ultimo, which was numerously attended.
GEO. SCHNIU( KER, Esq., of Woodberry,
presided. Jose EnoTfrantinx, Esq., from the
Committee appointed for the purpose, reported a
series of resolutb no, breathing the true Whig spirit,
which were unanimously adopted, and from among
which we extract the following:
Bose/serf, That in Gsx. WINFIELD SCOTT, the
people of the United States, have a man eminently
qualified for the office of President, and that his
services in the field and in the councils, prove hire
to be a man of sound head and honest heart, who
would do honor to the country, and manage her
affairs with wisdom--who would fulfil the dying
injunction of the lamented Harrison : wish you
to understand the true principles of the Government.
I wish them carried out. I ask nothing more."
Resolvtd, That 0/e have undiminished confidence
in the integrity and ability of Gen. James Irvin, of
Centre county ; and that we recommend him to the
Whig. of Pennsylvania, as a suitable person to
lead the Whig army in the contest for Governor
of Pennsylvania in 1847.
Resoh4cl, That in JAMES M. Pow En. the people
have a man eminently qualified for the office of
Canal Commissioner, and that his election to that
office would greatly advanto the interests of the
Commonwealth. He is pledged to one term, and
would not delay the appointments to secure a sec
ond nomination.
The meeting was addressed by Mena Canon,
Esq., of Cambria county, Capt. R. Lowry, Joseph
Stufft, and John Tenn Jones, Esq . . of Blair.
Mifflin County.
The Whigs of Little Mifflin held a.County Mee
ting on the 31st ult,, at Lewistown, which we aro
informed was a very spirited affair. The lion.
bores Coons, of Adams ( ounty, addressed the
meeting in his usual argumentative and eloquent
style. He held the audience in breathless attention
for the space of over an hour, while be recounted
the frauds and deceptions practiced upon the pro
/le, by the leaders of the locofoco party, during the
late Presidential contest. A series of spirited reso
lutions speaking in the highest terms of General
Score, and in favor of a Protective Tariff and the
nepear, of the present British bill, were passed
Also the folloning, in relation to the centlidate Of
this district:
Resolved, That we have undiminished confidence
in the honesty, integrity. and sound Political princi
ples of our present Representative in Congress, the
Hon. John illanchaid, and that we recommend him
to the Whigs of this Congressional district for re
co' The Locos of Mtn County have instructed
their Conferee to support lien. A. P. Wilson for
The Globe at Its Old Tricks Again.
Of all the Locofoco papers we have seen since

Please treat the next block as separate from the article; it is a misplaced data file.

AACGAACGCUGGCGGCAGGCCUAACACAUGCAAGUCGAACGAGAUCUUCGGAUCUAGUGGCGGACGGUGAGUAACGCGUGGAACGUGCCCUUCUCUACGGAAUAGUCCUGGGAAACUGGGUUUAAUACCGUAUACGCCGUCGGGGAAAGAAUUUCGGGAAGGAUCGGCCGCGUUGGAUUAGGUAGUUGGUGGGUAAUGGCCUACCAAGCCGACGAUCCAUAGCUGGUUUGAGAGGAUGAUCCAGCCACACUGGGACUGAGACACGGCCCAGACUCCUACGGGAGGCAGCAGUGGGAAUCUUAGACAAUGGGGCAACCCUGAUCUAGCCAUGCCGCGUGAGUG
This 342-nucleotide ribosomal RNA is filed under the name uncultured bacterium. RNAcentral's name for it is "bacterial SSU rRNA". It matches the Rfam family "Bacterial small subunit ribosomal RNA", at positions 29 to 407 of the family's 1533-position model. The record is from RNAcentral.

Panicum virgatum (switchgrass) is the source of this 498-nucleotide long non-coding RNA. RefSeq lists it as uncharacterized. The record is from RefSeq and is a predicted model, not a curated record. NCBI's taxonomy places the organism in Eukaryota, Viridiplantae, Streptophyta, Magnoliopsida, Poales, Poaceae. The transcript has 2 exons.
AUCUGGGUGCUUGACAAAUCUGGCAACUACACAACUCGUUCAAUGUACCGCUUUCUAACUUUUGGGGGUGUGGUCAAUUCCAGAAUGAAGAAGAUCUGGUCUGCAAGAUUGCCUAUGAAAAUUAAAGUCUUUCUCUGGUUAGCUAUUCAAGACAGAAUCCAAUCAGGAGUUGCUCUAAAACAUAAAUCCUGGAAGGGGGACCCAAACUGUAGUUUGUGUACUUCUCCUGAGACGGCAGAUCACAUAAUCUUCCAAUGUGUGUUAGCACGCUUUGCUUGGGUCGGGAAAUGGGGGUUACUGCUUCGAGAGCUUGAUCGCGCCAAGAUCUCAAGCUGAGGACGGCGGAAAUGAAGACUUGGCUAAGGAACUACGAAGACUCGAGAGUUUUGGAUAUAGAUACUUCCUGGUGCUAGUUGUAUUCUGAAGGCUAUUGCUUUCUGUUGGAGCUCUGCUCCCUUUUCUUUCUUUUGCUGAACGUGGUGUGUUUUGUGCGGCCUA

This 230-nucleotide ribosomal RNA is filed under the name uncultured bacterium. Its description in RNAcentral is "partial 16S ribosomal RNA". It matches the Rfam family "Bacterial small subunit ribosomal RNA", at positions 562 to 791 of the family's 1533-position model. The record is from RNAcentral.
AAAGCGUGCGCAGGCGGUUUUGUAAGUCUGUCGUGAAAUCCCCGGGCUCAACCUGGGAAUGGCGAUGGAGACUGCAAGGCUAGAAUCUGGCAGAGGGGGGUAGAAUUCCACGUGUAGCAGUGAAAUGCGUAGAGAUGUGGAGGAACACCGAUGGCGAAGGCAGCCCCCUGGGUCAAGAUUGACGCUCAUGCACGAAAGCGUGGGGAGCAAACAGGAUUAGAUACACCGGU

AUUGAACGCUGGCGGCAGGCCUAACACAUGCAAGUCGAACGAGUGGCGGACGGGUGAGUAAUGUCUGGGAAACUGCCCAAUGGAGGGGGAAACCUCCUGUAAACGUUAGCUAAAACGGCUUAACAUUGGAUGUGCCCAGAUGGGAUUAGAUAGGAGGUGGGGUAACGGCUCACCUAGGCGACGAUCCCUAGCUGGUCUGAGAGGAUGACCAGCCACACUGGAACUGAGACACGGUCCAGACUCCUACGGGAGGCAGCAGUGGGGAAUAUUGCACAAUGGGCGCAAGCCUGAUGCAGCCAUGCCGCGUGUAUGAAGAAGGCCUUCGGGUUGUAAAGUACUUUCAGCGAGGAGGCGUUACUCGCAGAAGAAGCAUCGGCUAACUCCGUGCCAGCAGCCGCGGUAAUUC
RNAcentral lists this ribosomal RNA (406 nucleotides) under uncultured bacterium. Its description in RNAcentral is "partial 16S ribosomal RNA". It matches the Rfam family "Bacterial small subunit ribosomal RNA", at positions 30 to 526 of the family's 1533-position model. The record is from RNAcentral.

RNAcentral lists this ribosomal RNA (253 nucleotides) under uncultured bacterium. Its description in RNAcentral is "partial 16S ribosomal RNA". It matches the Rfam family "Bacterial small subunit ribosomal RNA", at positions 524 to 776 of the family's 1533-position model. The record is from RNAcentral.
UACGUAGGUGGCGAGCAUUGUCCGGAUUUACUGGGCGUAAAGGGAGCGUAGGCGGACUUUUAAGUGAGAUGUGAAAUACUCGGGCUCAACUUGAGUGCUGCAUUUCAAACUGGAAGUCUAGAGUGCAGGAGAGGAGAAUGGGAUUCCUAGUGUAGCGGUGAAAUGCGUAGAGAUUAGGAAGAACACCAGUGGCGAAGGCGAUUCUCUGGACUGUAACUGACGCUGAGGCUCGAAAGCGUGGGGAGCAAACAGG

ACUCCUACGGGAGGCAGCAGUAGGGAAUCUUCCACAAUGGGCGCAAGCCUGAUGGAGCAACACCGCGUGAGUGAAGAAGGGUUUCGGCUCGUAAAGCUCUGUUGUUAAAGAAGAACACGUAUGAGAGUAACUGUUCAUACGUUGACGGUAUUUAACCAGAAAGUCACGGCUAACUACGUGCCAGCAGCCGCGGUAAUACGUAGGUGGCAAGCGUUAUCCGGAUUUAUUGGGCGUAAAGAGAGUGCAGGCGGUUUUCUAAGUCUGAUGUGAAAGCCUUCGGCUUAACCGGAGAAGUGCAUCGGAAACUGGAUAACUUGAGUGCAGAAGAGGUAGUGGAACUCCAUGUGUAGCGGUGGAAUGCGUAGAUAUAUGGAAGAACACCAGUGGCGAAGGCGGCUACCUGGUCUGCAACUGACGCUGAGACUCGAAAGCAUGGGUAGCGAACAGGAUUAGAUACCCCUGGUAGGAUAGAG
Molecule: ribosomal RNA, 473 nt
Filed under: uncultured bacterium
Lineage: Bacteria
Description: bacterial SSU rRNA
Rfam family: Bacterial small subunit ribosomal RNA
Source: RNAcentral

the passage of M'Kay's bill, the Huntingdon Globe
is the only one that attempts to shift the response.
bulky of the measure. It recklessly charges insin
cerity upon the Whig party ; attributes its passage
to Whig influence; and reiterates the assertion that
" 'ritzy (the locofocos) AIIE AP goon TArtiry MEN
AS THE Winos." To those not already acquainted
with the fact this must seem incredible. Let them
read the editorials and communications in the Globe
of last week, and they will see it there even more
strongly than we have stated it.
How hypocritical a course for a paper professing
fi iendship for the FaritT of 1842. It is but a repe.
tition or continuation of the base fraud by which
Pennsylvania was sw:lidled out of bet vote in 1844.
With these professions on tho part of all the Loco
foe° leaders, orators and editors, Pennsylvania was
induced to cast her vote for " Polk, Dallas, Texas,
Oregon, and the Turd' of 42 !I" The Globe pre
sumes FO largely on the credulity and greenness of
its readers, as to expect to DECEIVE THEM
Let us recur for a moment to the campaign of
1844. The Whigs told the people Mr. Cloy was
the father of the American System. TheLocofoco
editors pronounced this a " Whig LIE ;" wo told
them Mr. Polk was a Free Trade man, opposed to
the Tariff of '42. They denounced this as "another
hig LIE!" We backed our assertion by his
speeches before the people of Tennessee, and by
his votes in Congress. They declared these all
" Whig FORGERIES," and produced Mr. Polk's
letter to Mr. Kane to prove that "Mr. Polk was a
Letter Tariff man Man Mr. Clay They
claimed the Tariff of 1842 as a Democratic mea
sure, as much so as the admission of Texas and the
tehole of Oregon ;" and inscribed it upon their
banners, and carried them through the streets in
open day light! Every denial and exposure of this
iniquitous fraud upon the democracy was branded
as " infamous Whig falsehoods." Itonest and can
did reader, are these things not so? Ydu certainly
have not forgotten them ; the shouts for " Polk,
DALLAS and the Tariff of '42," have scarcely
yet died upon the ears of Pennsylvanians.
With these palpable facts storing them in the
face, our neighbors of the Globe attempt to deceive
their readers still further in a matter so vital to
their interests—they beg of the Democrats to stick
to their party, with on assurance that the Tariff of
1846 cannot stand—that the very men that voted